- We recently wrote about Matthias Plennert’s article “The social construction of technological stasis: The stagnating data structure in OpenStreetMap” in the journal Big Data & Society. The article in general and one of the key points in the article, i.e. that hidden gatekeepers would be responsible for technological stagnation in OSM, caused some discussions. The author responded to the feedback in a special article.
- Noémie Lehuby, Florian Lainez, Flora Hayat and Jocelyn Jaubert have revamped the OSM France website. This was also discussed on the Talk-Fr mailing list. (automatic translation)
- MySociety, a UK-based non-profit organisation, providing technology, research and data to help people become active citizens, is looking for worldwide electoral boundaries. David Earl forwarded the query to the OSMF mailing list.
- A lot of text about Facebook and its contribution to OpenStreetMap has been written recently. LukeWalsh’s article provides a new perspective on it. He wrote about his experience during the college rotational program, when his placement was at the Facebook department, which makes OSM contributions.
- The Kosovo community now has a Kosovo-wide Telegram group. Recent topics include open data and the naming of things in an ethnically diverse country. All mappers from anywhere in any language are welcome.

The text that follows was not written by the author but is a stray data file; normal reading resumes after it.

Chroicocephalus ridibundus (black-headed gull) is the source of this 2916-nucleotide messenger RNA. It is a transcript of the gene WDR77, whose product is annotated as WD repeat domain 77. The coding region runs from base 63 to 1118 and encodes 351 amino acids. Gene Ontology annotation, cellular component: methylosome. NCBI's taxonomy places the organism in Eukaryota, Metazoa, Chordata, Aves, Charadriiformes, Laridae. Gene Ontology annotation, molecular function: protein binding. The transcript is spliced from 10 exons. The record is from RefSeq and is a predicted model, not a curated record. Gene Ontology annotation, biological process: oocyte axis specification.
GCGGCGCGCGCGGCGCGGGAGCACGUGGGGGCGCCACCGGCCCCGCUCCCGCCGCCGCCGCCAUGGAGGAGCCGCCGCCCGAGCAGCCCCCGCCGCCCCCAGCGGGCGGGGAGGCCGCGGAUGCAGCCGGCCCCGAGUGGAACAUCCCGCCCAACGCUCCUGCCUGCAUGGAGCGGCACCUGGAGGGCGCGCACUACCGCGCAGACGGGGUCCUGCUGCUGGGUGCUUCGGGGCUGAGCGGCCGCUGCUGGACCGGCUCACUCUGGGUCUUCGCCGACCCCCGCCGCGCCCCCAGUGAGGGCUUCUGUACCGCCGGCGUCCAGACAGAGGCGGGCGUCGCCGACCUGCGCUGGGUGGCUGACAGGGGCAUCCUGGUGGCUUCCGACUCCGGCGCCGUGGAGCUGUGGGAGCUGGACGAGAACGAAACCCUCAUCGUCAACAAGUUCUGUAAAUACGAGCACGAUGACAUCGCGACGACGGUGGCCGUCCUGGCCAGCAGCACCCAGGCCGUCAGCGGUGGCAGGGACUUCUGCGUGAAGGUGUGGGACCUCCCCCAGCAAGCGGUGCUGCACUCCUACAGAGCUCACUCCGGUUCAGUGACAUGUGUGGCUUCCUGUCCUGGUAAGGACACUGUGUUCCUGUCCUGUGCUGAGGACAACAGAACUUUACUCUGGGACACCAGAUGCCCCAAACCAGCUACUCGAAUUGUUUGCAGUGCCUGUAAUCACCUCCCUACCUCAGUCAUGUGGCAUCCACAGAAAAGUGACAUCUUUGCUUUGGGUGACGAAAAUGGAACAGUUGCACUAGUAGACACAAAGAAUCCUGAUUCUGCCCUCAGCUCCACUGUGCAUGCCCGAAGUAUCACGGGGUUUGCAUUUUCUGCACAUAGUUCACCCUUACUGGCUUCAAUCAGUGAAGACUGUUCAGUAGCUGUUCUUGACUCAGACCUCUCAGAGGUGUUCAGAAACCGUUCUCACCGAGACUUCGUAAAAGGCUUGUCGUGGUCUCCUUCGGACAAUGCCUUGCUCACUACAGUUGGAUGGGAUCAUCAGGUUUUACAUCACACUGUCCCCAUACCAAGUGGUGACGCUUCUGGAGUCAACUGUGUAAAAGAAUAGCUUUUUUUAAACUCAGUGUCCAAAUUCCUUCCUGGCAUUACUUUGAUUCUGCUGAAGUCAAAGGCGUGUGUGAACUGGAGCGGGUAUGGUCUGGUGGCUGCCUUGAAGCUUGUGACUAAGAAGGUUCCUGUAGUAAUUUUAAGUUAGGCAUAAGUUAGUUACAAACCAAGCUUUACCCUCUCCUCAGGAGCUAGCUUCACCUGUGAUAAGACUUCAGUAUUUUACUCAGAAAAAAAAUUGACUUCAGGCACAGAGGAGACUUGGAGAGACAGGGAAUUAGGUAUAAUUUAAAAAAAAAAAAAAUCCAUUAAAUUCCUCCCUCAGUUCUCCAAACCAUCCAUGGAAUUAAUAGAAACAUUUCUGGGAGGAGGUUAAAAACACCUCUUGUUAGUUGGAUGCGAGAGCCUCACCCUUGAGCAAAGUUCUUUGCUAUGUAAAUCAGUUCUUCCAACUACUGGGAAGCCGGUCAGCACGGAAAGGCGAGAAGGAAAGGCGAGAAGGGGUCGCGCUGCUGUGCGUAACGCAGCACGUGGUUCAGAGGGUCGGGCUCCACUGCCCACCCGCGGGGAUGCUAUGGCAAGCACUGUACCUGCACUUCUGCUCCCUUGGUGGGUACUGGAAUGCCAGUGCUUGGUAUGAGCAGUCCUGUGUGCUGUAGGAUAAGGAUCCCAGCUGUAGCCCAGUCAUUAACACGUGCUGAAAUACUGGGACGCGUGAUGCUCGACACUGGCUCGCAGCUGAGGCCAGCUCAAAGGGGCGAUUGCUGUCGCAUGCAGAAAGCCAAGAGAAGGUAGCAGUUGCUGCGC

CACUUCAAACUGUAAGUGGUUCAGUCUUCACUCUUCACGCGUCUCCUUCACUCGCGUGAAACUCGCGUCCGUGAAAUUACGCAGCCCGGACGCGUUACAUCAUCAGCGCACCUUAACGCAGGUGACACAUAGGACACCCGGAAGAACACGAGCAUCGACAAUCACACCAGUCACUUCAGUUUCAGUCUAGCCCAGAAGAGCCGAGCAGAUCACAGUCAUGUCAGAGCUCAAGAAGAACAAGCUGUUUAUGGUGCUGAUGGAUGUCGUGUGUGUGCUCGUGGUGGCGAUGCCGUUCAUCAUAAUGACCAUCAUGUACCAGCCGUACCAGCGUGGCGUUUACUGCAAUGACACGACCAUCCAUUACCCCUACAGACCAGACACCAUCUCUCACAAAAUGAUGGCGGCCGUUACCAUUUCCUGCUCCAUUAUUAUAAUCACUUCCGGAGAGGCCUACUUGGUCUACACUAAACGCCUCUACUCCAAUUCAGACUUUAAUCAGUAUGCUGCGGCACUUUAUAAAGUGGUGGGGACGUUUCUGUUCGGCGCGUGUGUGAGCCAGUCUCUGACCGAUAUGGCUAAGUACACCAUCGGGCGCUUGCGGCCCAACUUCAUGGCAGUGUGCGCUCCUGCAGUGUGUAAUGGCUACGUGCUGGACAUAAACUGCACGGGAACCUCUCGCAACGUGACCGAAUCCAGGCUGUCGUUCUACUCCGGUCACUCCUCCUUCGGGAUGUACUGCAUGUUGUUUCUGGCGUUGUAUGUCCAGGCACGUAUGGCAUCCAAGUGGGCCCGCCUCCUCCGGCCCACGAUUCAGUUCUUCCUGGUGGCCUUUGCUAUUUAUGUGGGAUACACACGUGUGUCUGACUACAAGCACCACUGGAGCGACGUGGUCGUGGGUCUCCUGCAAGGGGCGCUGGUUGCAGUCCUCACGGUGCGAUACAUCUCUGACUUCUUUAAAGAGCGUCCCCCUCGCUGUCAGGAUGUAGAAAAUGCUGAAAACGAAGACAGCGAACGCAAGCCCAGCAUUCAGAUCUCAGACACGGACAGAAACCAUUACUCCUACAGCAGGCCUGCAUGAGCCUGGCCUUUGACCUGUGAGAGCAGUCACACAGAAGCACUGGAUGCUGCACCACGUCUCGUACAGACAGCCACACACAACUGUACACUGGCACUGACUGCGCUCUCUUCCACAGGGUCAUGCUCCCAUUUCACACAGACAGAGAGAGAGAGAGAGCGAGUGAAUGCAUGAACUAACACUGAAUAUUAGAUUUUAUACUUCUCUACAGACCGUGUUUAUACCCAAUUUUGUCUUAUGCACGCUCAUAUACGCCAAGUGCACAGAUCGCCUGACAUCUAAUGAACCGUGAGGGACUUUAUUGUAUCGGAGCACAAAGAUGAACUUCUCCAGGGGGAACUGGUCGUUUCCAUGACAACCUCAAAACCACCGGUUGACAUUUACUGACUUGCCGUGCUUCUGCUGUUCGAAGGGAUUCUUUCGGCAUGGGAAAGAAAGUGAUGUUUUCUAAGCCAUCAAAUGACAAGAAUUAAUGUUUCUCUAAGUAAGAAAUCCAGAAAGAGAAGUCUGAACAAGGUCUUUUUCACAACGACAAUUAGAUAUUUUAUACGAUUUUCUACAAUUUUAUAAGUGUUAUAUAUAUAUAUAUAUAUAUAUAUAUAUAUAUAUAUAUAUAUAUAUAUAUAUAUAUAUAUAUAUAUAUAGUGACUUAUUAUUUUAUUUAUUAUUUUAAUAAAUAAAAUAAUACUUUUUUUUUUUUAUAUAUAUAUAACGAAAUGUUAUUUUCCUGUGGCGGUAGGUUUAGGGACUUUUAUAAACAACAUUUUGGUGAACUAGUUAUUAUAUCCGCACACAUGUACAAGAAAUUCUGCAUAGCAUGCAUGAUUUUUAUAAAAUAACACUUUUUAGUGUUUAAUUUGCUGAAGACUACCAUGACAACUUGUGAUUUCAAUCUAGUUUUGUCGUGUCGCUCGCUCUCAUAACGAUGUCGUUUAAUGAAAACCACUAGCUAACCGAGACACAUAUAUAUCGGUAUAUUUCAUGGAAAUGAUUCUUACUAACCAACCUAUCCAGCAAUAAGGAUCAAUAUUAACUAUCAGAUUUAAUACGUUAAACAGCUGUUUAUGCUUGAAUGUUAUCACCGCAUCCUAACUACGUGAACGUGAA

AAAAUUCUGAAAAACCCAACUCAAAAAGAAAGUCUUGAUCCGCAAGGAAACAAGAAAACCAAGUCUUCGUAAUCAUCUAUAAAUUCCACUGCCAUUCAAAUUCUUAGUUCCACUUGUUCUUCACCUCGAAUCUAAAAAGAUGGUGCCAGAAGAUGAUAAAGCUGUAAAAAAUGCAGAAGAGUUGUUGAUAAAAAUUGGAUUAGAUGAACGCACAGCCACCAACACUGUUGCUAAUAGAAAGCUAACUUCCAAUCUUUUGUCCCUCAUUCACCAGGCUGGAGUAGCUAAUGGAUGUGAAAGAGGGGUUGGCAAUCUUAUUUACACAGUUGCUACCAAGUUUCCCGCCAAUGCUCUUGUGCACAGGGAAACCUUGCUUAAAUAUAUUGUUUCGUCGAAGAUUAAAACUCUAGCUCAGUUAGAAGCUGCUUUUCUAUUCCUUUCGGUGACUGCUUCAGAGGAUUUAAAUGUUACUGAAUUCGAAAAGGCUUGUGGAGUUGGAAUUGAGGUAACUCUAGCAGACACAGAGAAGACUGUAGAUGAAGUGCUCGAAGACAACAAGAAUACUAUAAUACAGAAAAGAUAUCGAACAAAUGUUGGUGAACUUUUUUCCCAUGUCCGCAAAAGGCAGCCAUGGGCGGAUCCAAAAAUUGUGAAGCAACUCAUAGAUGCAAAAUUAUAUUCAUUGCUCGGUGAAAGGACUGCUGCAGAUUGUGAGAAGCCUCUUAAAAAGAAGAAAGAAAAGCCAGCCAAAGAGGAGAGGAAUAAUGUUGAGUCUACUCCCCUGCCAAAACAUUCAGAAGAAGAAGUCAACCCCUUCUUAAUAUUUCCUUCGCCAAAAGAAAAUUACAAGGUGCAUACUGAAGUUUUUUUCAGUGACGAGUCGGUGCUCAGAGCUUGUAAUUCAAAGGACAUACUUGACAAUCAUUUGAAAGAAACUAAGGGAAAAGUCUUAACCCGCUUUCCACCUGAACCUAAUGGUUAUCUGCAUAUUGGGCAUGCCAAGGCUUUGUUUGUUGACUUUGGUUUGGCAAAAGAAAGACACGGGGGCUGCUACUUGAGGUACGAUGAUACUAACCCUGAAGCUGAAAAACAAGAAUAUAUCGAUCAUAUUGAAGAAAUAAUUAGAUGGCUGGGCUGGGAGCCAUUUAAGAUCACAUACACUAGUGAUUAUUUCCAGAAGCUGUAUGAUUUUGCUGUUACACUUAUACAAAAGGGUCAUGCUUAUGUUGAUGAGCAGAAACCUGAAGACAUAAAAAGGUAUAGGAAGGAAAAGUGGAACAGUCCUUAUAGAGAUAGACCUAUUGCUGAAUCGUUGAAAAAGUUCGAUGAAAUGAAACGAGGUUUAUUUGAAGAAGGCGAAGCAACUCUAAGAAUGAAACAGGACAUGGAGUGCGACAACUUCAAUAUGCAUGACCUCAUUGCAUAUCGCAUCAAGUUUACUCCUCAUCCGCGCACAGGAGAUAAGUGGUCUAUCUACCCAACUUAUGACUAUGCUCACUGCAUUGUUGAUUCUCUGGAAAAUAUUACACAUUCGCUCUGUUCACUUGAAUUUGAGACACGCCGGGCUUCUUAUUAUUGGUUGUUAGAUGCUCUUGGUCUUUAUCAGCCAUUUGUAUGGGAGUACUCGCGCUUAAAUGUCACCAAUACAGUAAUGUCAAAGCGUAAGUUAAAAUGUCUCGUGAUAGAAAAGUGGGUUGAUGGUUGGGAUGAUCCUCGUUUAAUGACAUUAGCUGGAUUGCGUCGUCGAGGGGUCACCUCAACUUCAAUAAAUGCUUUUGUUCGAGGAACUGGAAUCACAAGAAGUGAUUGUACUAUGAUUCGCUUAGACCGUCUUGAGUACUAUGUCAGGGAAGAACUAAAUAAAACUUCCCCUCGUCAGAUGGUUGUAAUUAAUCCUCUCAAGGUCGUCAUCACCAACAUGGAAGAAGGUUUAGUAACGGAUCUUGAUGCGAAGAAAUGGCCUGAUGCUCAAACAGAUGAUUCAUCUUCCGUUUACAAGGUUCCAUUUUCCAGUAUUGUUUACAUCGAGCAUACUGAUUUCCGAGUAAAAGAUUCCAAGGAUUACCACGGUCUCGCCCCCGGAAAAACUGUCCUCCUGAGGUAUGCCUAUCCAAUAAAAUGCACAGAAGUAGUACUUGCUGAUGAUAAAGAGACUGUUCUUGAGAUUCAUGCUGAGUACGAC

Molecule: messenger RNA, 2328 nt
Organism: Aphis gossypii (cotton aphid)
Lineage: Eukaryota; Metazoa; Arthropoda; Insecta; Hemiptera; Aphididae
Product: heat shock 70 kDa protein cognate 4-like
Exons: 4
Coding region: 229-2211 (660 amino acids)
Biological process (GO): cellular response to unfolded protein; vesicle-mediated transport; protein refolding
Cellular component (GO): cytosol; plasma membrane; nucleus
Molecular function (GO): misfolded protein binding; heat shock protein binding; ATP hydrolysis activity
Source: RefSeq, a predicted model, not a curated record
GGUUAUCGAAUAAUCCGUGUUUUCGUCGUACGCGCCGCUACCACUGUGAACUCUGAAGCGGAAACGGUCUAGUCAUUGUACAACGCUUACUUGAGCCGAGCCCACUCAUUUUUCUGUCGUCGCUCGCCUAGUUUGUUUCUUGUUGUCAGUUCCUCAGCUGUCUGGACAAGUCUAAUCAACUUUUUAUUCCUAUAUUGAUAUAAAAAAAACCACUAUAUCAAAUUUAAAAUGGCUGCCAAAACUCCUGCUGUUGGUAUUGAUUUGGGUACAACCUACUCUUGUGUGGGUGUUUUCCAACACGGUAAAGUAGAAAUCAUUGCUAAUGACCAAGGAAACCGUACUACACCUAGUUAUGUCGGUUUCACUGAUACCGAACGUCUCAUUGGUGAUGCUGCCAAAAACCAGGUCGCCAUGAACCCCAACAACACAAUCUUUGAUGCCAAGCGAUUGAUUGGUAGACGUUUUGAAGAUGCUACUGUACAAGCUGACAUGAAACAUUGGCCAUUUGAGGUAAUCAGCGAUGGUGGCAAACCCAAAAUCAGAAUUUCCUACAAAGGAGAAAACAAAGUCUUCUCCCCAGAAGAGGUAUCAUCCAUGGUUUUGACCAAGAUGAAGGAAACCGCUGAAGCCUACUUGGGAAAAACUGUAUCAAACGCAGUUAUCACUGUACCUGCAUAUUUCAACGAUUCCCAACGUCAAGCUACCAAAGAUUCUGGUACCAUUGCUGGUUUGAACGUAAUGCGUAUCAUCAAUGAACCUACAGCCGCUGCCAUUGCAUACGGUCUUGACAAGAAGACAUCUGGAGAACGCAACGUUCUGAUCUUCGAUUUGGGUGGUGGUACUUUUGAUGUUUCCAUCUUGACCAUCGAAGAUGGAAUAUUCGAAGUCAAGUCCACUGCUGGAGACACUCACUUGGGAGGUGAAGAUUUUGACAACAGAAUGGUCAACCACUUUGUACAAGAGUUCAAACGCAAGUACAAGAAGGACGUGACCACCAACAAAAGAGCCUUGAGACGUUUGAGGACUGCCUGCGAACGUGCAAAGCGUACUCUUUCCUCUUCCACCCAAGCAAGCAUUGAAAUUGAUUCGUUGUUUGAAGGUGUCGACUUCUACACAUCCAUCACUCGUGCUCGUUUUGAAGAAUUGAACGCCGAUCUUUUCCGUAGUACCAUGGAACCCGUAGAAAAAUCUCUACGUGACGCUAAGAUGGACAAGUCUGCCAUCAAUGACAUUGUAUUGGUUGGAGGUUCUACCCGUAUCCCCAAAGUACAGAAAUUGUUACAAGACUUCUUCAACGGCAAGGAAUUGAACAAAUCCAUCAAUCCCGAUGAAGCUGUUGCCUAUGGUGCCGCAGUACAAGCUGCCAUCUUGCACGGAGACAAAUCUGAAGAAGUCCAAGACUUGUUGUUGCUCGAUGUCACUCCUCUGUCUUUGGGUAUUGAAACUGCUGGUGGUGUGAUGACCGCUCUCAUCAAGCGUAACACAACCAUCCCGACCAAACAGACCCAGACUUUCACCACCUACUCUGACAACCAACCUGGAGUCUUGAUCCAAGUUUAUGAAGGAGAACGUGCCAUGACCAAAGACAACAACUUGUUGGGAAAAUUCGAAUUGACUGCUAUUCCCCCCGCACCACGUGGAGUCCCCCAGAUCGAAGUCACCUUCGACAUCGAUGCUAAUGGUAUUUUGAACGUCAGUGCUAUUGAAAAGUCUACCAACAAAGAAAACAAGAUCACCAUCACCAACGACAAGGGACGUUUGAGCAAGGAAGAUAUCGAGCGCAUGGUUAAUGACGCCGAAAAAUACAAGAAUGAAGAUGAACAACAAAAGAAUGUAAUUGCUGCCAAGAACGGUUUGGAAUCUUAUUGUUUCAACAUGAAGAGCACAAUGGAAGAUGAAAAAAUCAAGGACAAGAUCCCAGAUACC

- United States ambassador to Turkmenistan, Allan Mustard (OSM apm-wa) wrote two articles about his work on OSM, currently the best map of Turkmenistan available to the general public. As you can read in one article, being an ambassador has the advantage that you can use the head of the Motor Roads State Concern as a QA tool. In his second article he gave some insight into his tour to a southern Balkan Province in Turkmenistan where he updated road information and collected POIs, GPS traces, and Mapillary pictures.
- Andrew Harvey plans to import buildings in the Australian Capital Territory into OSM and started the required discussion on the import mailing list. The import would add over 60,000 buildings with over 500,000 nodes to OSM but does not include address data.
- The import of road network data is planned in Kerala, India, a region affected by severe flooding recently. The data was generated by Facebook making use of machine learning. The plan is to allow Facebook’s mapping team to do the initial import, after which the OSM-India community will validate the data. The local community requested Facebook’s assistance with this import. However, during the discussion it was highlighted that the import guideline was not followed exactly and some remarks were made.
- FOSS4G TOKAI 2018 (automatic translation) was held on Aug 24-25 in Tokai. The organising committee published the collected tweets of the event and published a video of the “core day” as well.
- Mapping events will be hosted during OSM Geography Awareness Week on Nov 11-17, 2018 in several places around the world.